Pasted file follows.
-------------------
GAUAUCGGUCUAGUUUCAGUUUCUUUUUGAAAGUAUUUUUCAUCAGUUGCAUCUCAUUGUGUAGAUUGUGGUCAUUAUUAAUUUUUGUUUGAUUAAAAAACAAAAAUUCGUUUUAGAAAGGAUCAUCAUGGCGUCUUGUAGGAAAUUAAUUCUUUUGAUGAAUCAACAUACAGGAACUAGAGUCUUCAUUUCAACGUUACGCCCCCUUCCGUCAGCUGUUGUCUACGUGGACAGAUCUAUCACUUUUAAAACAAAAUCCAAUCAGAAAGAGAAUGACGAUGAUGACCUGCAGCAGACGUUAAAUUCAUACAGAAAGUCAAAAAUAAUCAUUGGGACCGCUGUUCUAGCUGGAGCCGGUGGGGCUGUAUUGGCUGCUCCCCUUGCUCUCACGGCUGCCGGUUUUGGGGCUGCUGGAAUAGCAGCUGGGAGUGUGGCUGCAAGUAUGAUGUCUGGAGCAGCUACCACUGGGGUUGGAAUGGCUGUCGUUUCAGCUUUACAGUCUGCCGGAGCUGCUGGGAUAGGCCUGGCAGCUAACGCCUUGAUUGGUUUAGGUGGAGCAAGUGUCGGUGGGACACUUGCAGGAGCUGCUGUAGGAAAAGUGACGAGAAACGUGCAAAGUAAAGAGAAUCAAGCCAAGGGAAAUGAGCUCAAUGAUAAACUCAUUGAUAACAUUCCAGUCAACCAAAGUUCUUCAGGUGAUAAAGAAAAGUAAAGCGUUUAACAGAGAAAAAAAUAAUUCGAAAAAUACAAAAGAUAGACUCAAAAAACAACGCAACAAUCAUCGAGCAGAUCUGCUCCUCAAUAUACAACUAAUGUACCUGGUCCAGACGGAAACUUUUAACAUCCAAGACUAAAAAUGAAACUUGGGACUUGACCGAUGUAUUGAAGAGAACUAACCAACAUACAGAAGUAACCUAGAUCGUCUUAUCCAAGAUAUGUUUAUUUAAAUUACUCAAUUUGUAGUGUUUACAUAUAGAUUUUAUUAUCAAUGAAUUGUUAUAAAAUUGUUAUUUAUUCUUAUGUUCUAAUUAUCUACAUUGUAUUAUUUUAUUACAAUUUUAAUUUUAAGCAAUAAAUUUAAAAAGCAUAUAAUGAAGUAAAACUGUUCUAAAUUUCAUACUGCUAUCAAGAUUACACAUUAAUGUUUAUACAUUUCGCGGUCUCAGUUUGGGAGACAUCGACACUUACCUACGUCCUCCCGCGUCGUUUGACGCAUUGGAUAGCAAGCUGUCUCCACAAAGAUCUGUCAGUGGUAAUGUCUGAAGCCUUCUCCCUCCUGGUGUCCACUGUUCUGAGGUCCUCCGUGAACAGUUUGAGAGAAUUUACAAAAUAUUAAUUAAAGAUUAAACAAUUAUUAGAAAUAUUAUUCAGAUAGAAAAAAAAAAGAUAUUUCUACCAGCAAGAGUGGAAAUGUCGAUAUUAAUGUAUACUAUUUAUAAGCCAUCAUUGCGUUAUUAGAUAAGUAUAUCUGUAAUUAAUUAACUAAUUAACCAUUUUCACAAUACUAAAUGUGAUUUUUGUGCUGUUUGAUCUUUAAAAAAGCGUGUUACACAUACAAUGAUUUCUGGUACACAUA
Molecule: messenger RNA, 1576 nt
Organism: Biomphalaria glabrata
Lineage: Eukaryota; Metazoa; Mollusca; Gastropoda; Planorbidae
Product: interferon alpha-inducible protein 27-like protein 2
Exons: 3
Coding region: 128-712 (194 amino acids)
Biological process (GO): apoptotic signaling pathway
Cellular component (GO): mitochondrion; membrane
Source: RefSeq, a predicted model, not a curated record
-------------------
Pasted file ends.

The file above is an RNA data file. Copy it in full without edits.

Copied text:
GAUAUCGGUCUAGUUUCAGUUUCUUUUUGAAAGUAUUUUUCAUCAGUUGCAUCUCAUUGUGUAGAUUGUGGUCAUUAUUAAUUUUUGUUUGAUUAAAAAACAAAAAUUCGUUUUAGAAAGGAUCAUCAUGGCGUCUUGUAGGAAAUUAAUUCUUUUGAUGAAUCAACAUACAGGAACUAGAGUCUUCAUUUCAACGUUACGCCCCCUUCCGUCAGCUGUUGUCUACGUGGACAGAUCUAUCACUUUUAAAACAAAAUCCAAUCAGAAAGAGAAUGACGAUGAUGACCUGCAGCAGACGUUAAAUUCAUACAGAAAGUCAAAAAUAAUCAUUGGGACCGCUGUUCUAGCUGGAGCCGGUGGGGCUGUAUUGGCUGCUCCCCUUGCUCUCACGGCUGCCGGUUUUGGGGCUGCUGGAAUAGCAGCUGGGAGUGUGGCUGCAAGUAUGAUGUCUGGAGCAGCUACCACUGGGGUUGGAAUGGCUGUCGUUUCAGCUUUACAGUCUGCCGGAGCUGCUGGGAUAGGCCUGGCAGCUAACGCCUUGAUUGGUUUAGGUGGAGCAAGUGUCGGUGGGACACUUGCAGGAGCUGCUGUAGGAAAAGUGACGAGAAACGUGCAAAGUAAAGAGAAUCAAGCCAAGGGAAAUGAGCUCAAUGAUAAACUCAUUGAUAACAUUCCAGUCAACCAAAGUUCUUCAGGUGAUAAAGAAAAGUAAAGCGUUUAACAGAGAAAAAAAUAAUUCGAAAAAUACAAAAGAUAGACUCAAAAAACAACGCAACAAUCAUCGAGCAGAUCUGCUCCUCAAUAUACAACUAAUGUACCUGGUCCAGACGGAAACUUUUAACAUCCAAGACUAAAAAUGAAACUUGGGACUUGACCGAUGUAUUGAAGAGAACUAACCAACAUACAGAAGUAACCUAGAUCGUCUUAUCCAAGAUAUGUUUAUUUAAAUUACUCAAUUUGUAGUGUUUACAUAUAGAUUUUAUUAUCAAUGAAUUGUUAUAAAAUUGUUAUUUAUUCUUAUGUUCUAAUUAUCUACAUUGUAUUAUUUUAUUACAAUUUUAAUUUUAAGCAAUAAAUUUAAAAAGCAUAUAAUGAAGUAAAACUGUUCUAAAUUUCAUACUGCUAUCAAGAUUACACAUUAAUGUUUAUACAUUUCGCGGUCUCAGUUUGGGAGACAUCGACACUUACCUACGUCCUCCCGCGUCGUUUGACGCAUUGGAUAGCAAGCUGUCUCCACAAAGAUCUGUCAGUGGUAAUGUCUGAAGCCUUCUCCCUCCUGGUGUCCACUGUUCUGAGGUCCUCCGUGAACAGUUUGAGAGAAUUUACAAAAUAUUAAUUAAAGAUUAAACAAUUAUUAGAAAUAUUAUUCAGAUAGAAAAAAAAAAGAUAUUUCUACCAGCAAGAGUGGAAAUGUCGAUAUUAAUGUAUACUAUUUAUAAGCCAUCAUUGCGUUAUUAGAUAAGUAUAUCUGUAAUUAAUUAACUAAUUAACCAUUUUCACAAUACUAAAUGUGAUUUUUGUGCUGUUUGAUCUUUAAAAAAGCGUGUUACACAUACAAUGAUUUCUGGUACACAUA
Molecule: messenger RNA, 1576 nt
Organism: Biomphalaria glabrata
Lineage: Eukaryota; Metazoa; Mollusca; Gastropoda; Planorbidae
Product: interferon alpha-inducible protein 27-like protein 2
Exons: 3
Coding region: 128-712 (194 amino acids)
Biological process (GO): apoptotic signaling pathway
Cellular component (GO): mitochondrion; membrane
Source: RefSeq, a predicted model, not a curated record